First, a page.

Kenya is known to be the natural habitat of plenty of iconic animals such as cheetahs, elephants, leopards, and giraffes. And a lot of these beautiful creatures are actually the targets of dastardly poachers. It is actually illegal to kill these endangered animals in Kenya. In fact, the Wildlife Conservation Act of 2013 carries a life sentence or fine of $200,000 for convicted offenders.

However, much to the dismay of many, these strict penalties have not been enough to really curb the crime of poaching.

That is why now, Kenya will enforce a death penalty for violators.

According to the reports of One Green Planet,

“Najib Balala, the tourism and wildlife minister of Kenya, recently announced that those who take the lives of innocent animals through poaching will soon face the death penalty in the African country. While this proposal hasn’t been officially enacted into law yet, Balala told China’s Xinhua news agency that wildlife poaching is on a fast track to becoming a capital offense.

While this measure may seem extreme, it is a last resort attempt to deter people from slaughtering Kenya’s rapidly decreasing wildlife population.

Balala reportedly said, “We have in place the Wildlife Conservation Act that was enacted in 2013 and which fetches offenders a life sentence or a fine of U.S. $200,000. However, this has not been deterrence enough to curb poaching, hence the proposed stiffer sentence.”

It is true that a lot of animals are in danger at the hands of these vile poachers. However, statistics have also shown that poaching has been on the decline lately because of the increased efforts made towards conservation and wildlife law enforcement.

The amount of black rhinos in Kenya at the moment is below 1,000. The elephant population has been hovering just around the 34,000 range. Back in 2017, poachers were caught to have killed 9 rhinos and 69 elephants. And while these might not seem like a lot, it has drastically canceled out the growth rate of these specific species.

Based on an article by the Independent,

“The move could put Kenya in conflict with the UN, which opposes the death penalty for all crimes worldwide.

UN General Assembly resolutions have called for a phasing-out of capital punishment, and the Office of the High Commissioner for Human Rights advocates its universal abolition.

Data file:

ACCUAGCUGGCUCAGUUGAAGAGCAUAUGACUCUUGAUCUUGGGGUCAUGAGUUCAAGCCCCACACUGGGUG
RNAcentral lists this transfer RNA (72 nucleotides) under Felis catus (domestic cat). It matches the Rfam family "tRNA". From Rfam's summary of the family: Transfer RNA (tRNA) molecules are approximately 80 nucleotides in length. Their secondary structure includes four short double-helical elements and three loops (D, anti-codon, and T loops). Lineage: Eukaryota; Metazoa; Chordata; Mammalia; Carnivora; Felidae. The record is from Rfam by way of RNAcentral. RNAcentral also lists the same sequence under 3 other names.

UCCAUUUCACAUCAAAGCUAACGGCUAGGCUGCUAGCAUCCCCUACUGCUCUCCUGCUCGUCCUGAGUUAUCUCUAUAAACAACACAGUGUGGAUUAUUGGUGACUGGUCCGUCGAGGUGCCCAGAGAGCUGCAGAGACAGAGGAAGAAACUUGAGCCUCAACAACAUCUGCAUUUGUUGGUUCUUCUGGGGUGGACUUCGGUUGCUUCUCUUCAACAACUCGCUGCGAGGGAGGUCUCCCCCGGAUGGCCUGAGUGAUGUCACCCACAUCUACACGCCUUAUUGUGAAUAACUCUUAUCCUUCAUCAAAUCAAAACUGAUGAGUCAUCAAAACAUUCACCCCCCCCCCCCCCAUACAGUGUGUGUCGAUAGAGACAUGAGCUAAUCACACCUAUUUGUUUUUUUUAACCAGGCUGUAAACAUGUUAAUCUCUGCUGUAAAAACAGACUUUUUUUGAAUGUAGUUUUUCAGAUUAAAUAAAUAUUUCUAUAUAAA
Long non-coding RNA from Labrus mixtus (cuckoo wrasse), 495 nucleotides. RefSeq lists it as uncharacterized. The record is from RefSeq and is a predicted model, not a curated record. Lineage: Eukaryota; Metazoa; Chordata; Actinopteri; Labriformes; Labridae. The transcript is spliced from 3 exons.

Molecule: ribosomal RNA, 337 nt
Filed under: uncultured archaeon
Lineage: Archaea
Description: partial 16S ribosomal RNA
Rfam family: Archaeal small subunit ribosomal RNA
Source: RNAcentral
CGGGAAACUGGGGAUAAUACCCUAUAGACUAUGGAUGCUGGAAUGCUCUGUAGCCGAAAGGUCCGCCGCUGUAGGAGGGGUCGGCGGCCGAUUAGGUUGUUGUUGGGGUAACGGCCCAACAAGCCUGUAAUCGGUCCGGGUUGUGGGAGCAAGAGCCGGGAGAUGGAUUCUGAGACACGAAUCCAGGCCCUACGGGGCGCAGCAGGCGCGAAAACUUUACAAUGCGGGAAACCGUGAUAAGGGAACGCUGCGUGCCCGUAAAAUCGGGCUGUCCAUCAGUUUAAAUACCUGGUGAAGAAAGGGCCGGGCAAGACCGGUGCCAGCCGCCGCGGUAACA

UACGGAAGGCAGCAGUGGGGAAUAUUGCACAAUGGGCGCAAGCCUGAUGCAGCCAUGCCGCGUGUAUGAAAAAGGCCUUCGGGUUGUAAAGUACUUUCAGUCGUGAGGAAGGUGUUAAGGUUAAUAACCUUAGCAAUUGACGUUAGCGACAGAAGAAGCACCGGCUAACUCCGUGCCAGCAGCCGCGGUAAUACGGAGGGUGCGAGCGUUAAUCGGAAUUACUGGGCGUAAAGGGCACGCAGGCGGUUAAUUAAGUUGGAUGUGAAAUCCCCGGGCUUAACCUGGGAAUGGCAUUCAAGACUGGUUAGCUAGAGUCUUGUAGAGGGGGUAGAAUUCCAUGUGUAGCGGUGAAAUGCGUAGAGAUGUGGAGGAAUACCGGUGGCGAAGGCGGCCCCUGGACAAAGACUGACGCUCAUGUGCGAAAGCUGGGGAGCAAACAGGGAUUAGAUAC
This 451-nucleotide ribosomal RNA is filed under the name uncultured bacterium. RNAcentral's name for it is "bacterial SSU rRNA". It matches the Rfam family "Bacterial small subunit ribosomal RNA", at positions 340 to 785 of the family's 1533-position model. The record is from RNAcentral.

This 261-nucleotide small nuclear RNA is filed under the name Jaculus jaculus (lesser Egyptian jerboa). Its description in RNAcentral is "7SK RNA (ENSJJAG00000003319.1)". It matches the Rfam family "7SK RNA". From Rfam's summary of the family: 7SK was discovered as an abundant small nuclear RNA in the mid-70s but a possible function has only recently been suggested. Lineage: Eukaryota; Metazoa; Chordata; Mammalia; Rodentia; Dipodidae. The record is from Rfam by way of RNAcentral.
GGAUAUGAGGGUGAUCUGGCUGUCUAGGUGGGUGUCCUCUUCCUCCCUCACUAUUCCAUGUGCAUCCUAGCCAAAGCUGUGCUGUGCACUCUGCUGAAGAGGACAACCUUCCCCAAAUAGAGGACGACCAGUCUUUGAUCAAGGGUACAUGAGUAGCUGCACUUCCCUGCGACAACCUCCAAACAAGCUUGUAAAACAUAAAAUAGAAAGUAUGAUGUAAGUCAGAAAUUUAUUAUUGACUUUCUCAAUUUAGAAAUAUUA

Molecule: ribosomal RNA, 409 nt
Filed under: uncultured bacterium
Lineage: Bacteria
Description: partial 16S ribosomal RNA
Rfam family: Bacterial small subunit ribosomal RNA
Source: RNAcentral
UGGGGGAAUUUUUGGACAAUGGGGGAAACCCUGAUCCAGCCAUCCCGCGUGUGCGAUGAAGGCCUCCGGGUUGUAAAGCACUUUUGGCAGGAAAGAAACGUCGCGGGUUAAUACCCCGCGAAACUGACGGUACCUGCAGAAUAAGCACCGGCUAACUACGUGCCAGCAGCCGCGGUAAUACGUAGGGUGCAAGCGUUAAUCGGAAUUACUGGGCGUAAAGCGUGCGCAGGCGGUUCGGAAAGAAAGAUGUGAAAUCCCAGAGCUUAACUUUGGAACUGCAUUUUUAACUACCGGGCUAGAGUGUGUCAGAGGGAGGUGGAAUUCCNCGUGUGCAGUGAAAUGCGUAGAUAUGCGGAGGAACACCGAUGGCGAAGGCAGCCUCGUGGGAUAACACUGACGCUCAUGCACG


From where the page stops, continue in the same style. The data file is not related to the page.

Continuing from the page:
Kenya’s tourism chiefs say poaching has been on a downward trend largely thanks to enhanced wildlife law-enforcement efforts and investment in conservation.

“These efforts led to an 85 percent reduction in rhino poaching and a 78 percent reduction in elephant poaching, respectively, in 2017 compared to when poaching was at its peak in 2013 and 2012 respectively,” the ministry said.

Nevertheless, earlier this month two black rhinos and a calf were poached at Meru national park.”

Poachers mostly target the ivory tusks of elephants which are considered to be highly valuable in the Far East. The African Wildlife Foundation (AWF) actually reports that up to 70% of illegally obtained ivory usually ends up in China. It’s in China wherein this ivory can be sold for up to $1,000 a pound. The Chinese government has banned the official selling of this material but the black markets still persist.

And on the other hand, the horns of rhinos are also believed to be highly effective in the treatment of various conditions such as cancer, fever, impotence, and other such medical ailments. These rhino horns are valued more than gold as they are selling for around $30,000 a pound.

The AWF cautions that “at current poaching rates, elephants, rhinos and other iconic African wildlife may be gone within our lifetime.” AWF also states that poachers in Africa “use high-powered technology and weaponry to track and kill many animals at once without being detected.”

It’s because of this that the Kenya Wildlife Service (KWS) actually intends to increase the number of wildlife crime prosecutors so as to further their efforts in conservation and wildlife protection. This measure is brought about as a result of a collaboration between Kenya’s national prosecution service and Space for Giants, a conservation organization.

According to Max Graham, a representative from Space for Giants, “Not only can KWS catch wildlife criminals but now they have the capacity to ensure those criminals are convicted under Kenya’s robust laws. A ranger in the field should not have to experience the frustration of confronting a wildlife criminal they arrested a week earlier walking free again because of an acquittal. This is a critical step up in the battle against the illegal wildlife trade.”

Some rangers in Kenya have even incorporated the use of infrared and thermal cameras to improve their security measures in spotting potential poachers and protecting the endangered animals.

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